MULESING IN NEW ZEALAND
If you've never heard of the word ‘mulesing' (pronounced mule-zing) you can be forgiven. Most New Zealanders are blissfully unaware of what can only be described as the most barbaric and vicious practice carried out in the New Zealand farm industry today.
Mulesing is the surgical mutilation, without the use of anaesthetic, of merino sheep. Skin from the animal's tail area is sliced away with hand shears, leaving a bleeding, gaping wound. The purpose of mulesing is to create a large area of scar tissue devoid of wool. This keeps the rear end of the sheep cleaner and therefore reduces the likelihood of fly strike.
Fly strike is a serious health issue for sheep and a costly problem for farmers. Merino sheep have wrinkly skin and their many skin folds offer ideal conditions for blowflies to lay their eggs. Once hatched, the maggots start devouring the sheep alive, causing serious injury and if left untreated, death.
NEW ZEALAND MERINO INDUSTRY
New Zealand has a flock of around two million merino sheep. Around half used to be mulesed but the Merino industry has adopted a voluntary ban on the practice since the end of 2010. SAFE understands however that a number of farmers have decided to ignore this ban and will continue using this barbaric practice. Farmers who do not mules use a variety of conventional practices to manage fly strike. Provided merino sheep are well monitored, standard husbandry methods make mulesing unnecessary.
LEAVING OPEN WOUNDS
SAFE director Hans Kriek has witnessed firsthand dozens of freshly mulesed sheep with open bleeding wounds.
"To see so many animals with bloody bottoms, walking slowly and painfully through beautiful green pasture, is a surreal experience," says Hans. "It is hard to believe that farmers can get away with this torture. If you were to mutilate a dog like this you would be prosecuted."
In Australia, over 20 million sheep are mulesed each year. The wool industry has been thrown into turmoil after American-based People for the Ethical Treatment of Animals (PETA) launched a hard-hitting attack on the practice. PETA successfully convinced a number of major international retailers to not buy Australian wool in protest against mulesing and live sheep exports. PETA's action has divided the industry with some agreeing to phase out the harsh practice, and others refusing to give in and taking legal action against PETA.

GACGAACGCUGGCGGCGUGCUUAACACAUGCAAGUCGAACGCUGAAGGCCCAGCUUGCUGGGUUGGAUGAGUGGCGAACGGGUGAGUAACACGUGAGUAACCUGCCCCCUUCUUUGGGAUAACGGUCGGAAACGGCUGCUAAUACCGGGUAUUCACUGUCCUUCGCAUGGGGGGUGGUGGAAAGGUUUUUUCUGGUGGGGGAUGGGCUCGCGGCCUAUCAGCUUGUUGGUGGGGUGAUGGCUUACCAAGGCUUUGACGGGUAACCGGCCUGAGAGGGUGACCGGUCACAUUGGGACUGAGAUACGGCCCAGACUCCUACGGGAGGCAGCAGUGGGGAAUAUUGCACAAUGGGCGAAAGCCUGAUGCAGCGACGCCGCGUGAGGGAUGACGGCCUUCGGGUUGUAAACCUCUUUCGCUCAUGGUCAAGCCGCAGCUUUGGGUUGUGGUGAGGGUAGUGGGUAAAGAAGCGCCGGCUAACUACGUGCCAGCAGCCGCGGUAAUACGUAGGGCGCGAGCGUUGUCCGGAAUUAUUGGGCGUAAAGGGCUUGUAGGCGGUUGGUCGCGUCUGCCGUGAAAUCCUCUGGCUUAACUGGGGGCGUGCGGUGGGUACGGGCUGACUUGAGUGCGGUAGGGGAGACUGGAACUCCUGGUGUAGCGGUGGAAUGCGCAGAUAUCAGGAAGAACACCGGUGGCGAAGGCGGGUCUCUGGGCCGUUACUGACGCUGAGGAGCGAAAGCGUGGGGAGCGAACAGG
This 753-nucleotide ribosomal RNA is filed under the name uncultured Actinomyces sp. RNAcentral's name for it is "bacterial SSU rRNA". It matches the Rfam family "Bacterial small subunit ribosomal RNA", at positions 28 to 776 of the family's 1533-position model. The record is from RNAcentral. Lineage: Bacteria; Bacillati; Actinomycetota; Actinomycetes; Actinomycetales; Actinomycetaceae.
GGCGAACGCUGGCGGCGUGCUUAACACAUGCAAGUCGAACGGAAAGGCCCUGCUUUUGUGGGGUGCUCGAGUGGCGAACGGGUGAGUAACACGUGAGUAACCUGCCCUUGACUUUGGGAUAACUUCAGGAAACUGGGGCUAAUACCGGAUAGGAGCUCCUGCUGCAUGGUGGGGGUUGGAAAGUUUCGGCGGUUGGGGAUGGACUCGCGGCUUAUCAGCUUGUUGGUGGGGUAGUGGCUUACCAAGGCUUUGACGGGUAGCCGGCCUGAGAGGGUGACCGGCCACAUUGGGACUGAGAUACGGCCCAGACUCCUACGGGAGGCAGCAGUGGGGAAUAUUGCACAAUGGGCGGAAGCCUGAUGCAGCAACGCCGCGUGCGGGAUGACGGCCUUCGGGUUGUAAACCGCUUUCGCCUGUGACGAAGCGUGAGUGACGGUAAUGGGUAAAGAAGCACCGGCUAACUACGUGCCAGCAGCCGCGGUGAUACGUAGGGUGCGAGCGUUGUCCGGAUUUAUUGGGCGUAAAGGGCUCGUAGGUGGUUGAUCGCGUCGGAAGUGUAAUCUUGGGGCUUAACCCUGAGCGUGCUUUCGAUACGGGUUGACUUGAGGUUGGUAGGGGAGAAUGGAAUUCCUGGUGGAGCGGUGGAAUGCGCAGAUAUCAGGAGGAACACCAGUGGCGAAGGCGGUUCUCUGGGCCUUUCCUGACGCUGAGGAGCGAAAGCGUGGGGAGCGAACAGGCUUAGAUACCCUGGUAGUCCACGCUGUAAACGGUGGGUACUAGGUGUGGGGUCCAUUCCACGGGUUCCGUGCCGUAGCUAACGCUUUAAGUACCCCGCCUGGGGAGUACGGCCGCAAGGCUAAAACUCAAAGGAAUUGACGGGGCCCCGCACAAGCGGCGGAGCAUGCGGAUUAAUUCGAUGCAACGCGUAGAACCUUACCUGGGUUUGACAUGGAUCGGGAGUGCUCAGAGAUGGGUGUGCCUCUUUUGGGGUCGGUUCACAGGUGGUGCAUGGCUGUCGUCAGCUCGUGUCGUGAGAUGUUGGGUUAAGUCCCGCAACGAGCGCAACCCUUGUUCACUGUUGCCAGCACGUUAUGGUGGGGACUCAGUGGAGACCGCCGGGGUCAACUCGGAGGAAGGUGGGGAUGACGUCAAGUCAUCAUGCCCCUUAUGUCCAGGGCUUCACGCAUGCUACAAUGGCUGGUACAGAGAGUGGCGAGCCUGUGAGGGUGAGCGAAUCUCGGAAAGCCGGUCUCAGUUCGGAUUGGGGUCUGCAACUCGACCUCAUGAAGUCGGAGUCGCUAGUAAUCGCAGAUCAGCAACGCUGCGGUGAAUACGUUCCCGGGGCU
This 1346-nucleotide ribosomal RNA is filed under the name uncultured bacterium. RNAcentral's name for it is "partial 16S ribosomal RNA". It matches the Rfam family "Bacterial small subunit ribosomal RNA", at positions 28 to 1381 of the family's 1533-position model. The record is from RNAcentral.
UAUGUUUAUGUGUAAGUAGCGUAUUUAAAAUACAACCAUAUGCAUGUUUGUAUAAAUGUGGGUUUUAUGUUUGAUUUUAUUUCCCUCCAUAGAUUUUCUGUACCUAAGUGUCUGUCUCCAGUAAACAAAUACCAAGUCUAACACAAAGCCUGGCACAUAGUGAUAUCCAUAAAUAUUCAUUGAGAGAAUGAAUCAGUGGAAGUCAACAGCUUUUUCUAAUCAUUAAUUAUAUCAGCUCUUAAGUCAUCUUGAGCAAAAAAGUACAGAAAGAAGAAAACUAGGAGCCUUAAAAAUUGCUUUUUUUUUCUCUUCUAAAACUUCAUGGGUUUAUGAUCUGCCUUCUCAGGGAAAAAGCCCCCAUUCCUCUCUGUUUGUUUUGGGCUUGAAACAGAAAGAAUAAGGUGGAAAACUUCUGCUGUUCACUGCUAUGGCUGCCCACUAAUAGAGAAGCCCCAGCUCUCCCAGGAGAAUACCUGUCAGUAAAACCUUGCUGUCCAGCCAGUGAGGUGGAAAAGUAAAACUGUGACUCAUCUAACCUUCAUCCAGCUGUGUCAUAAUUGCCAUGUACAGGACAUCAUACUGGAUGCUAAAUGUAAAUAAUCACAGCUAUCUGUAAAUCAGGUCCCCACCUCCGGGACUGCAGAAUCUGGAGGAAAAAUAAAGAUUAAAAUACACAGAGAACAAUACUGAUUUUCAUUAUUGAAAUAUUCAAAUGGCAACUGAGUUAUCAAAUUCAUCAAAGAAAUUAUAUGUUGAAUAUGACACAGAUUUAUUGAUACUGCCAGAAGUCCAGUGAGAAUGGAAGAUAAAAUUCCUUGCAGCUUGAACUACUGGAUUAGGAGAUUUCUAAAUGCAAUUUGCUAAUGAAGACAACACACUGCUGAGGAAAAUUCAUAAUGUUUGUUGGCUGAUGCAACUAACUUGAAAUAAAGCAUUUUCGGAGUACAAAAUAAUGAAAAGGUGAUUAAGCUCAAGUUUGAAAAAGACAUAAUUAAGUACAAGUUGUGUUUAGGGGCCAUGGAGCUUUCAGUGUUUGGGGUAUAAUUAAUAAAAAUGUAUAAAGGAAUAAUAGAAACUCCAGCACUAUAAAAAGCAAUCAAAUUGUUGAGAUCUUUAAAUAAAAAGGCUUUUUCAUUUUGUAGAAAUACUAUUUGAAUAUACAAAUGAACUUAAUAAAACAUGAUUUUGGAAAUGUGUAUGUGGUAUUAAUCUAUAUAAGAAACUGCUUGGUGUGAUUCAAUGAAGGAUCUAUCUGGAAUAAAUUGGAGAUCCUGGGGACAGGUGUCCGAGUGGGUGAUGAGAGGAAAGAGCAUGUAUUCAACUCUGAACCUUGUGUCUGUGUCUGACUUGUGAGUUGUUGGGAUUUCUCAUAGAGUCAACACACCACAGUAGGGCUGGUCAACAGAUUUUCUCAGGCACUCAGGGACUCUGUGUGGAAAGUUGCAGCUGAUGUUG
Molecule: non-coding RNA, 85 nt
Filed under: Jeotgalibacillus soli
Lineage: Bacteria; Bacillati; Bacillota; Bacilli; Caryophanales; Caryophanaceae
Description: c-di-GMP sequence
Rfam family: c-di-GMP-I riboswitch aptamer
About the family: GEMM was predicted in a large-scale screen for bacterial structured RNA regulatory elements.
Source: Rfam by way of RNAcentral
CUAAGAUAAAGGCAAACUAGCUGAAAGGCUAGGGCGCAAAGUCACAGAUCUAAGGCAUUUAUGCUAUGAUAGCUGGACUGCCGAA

INDUSTRY UNDER PRESSUREIn New Zealand, the wool industry has taken notice of the Australian situation and introduced a voluntary ban in 2010. Not all farmers support the ban, and therefore the practice has not stopped all together. The National Animal Welfare Advisory Committee (NAWAC) has failed to ban mulesing in the Code for Painful Husbandry practices and mulesing is therefore still a legal practice. "SAFE wants mulesing banned by law, not by a voluntary ban and will continue to call for a definitive ban on this horrendous practice," says Hans.
In the media
Weekly Times (Aus) Coles cautious on mulesing
The Conservation How the wool industry has undercut itself on mulesing
Vege Star Pamela Anderson Minus Mulesing: Air New Zealand Fashion Week
ODT NZ avoids boycott by dropping mulesing
The Press Breeding sheep to avoid mulesing
NZ Farmers Weekly NZ Merino deal dragged into mulesing mess
Did you know?
• Sheep possess a strong sense of individuality and can remember the faces of at least 10 people and 50 other sheep for over two years.
• Sheep mourn absent individuals and feel emotions such as jealousy, love and loss.
• Sheep have evolved to avoid expressing signs of their pain so as not to attract predators.
• Lambs recognise their own mother by smell, hearing and sight, and form close emotional bonds.
• Lambs band together to play, explore and forage. Their joyful jumping and chasing activities help them to develop the necessary skills to evade predators.
• New Zealand sheep population is an estimated 39 million (includes 2 million merino).
Warning: Highly graphic